Next a biography,   The Sound of a Miracle byAnnabel Stehli.  In it she discussed the various problems which her daughter Georgiana faced.  She recalls how, at the age of twelve, Georgiana called her over to look at a fleck of dandruff in which she saw a rainbow of colours while all Mrs Stehli saw was a greyish flake.  That led her to realize how exceptionally good Georgiana's eyesight was.   So good in fact that a strand of hair looked like a piece of spaghetti to her. 

That led her to wonder whether her daughter's other senses were affected in the same way.  Georgiana confirmed that they were, and told her mom that sound was the most scary,  because it went on all the time and she couldn't get away from it.

Finally Christopher Goodchild,  author of A Painful Gift, who was only diagnosed with Asperger's at the age of forty-fourAdopted when he was just six weeks old Christopher too shared similar problems to lights, sounds and smells saying that they flooded his senses and made his world seem overwhelming.  He even compares his feeling at being held by his parents to the feeling many of us get when we hearing fingernails scraping across a blackboard: a word picture that makes me shudder even as I write.

And it is such accounts that make it clear that many people with ASD live in a nightmare world. Hardly surprising then that they find much of life puzzling and terrifying …

Sadly though in the past many professionals dismissed the accounts of  people on the spectrum or even questioned the veracity of their experiences, calling their accounts ‘anecdotal’.   Difficult to believe that could be so when their accounts span several decades and come from people of all ages and abilities, living in different parts of the world.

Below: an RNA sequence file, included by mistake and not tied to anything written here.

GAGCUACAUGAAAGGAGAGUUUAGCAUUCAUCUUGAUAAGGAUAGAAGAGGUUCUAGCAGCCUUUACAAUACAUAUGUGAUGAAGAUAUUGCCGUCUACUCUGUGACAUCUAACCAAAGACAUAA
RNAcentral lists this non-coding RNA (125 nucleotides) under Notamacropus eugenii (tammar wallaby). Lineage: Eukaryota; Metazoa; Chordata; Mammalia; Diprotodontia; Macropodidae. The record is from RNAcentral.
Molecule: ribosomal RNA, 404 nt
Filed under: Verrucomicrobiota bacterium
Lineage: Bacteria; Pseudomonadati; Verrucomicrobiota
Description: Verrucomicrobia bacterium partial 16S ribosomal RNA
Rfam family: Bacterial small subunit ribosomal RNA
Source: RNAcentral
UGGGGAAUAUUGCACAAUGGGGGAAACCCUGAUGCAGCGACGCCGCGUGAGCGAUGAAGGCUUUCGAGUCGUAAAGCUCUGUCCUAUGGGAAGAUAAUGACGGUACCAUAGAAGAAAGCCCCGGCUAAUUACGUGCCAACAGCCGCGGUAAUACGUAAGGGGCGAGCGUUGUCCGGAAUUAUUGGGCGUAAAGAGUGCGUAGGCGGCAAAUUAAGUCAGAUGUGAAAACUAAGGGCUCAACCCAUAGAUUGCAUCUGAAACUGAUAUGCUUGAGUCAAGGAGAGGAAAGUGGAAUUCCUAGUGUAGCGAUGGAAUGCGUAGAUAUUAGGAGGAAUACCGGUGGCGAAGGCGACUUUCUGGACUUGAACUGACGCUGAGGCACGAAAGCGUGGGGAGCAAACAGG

Such comments can severely damage lives - and has in some cases led to misdiagnosis and even undergone the wrong treatments.  But that is not the only damage.  Imagine what such disbelief does to people.  How it makes you feel when those things that you experience on a daily basis - things that make large parts of your life extremely difficult - are ignored or lightly dismissed.  Surely it must eat away at your self-esteem and leave you feeling that others simply do not care.  Not only can such things lead to  depression or stress related illness but sadly it also makes some people with ASD blame themselves for their differences and difficulties.

However, as you've no doubt noticed, the people I've mentioned so far all grew up some time ago, before the increase in ASD that seemed to occur around the late 1980s and 19990s.  So the next article will look at whether children born after that time also have such sensory problems.

Author's Bio: 

Stella Waterhouse is a writer and therapist who has worked children and adults with a variety of learning differences since the late 1960’s.

In the mid 1980s Stella worked at a residential home for approximately 40 adults with Autistic Spectrum Disorders (ASD), where she became Deputy Principal.

In the 1990s Stella set out to write a short book on the role of anxiety in autism., which at that time received little attention. Her research led her to investigate the causes of ASD as well as role of sensory disorders - particularly those of an auditory or visual nature.

The original ‘short’ book evolved into a much larger project and has so far spawned two full length books including A Positive Approach to Autism - Jessica Kingsley Publishers, plus a series of short books for parents and teachers all of which are currently available as e-books.

Stella is currently completing her new series The Autism Code. For more information on Stella and her products please visit www.positiveapproachestoasd.com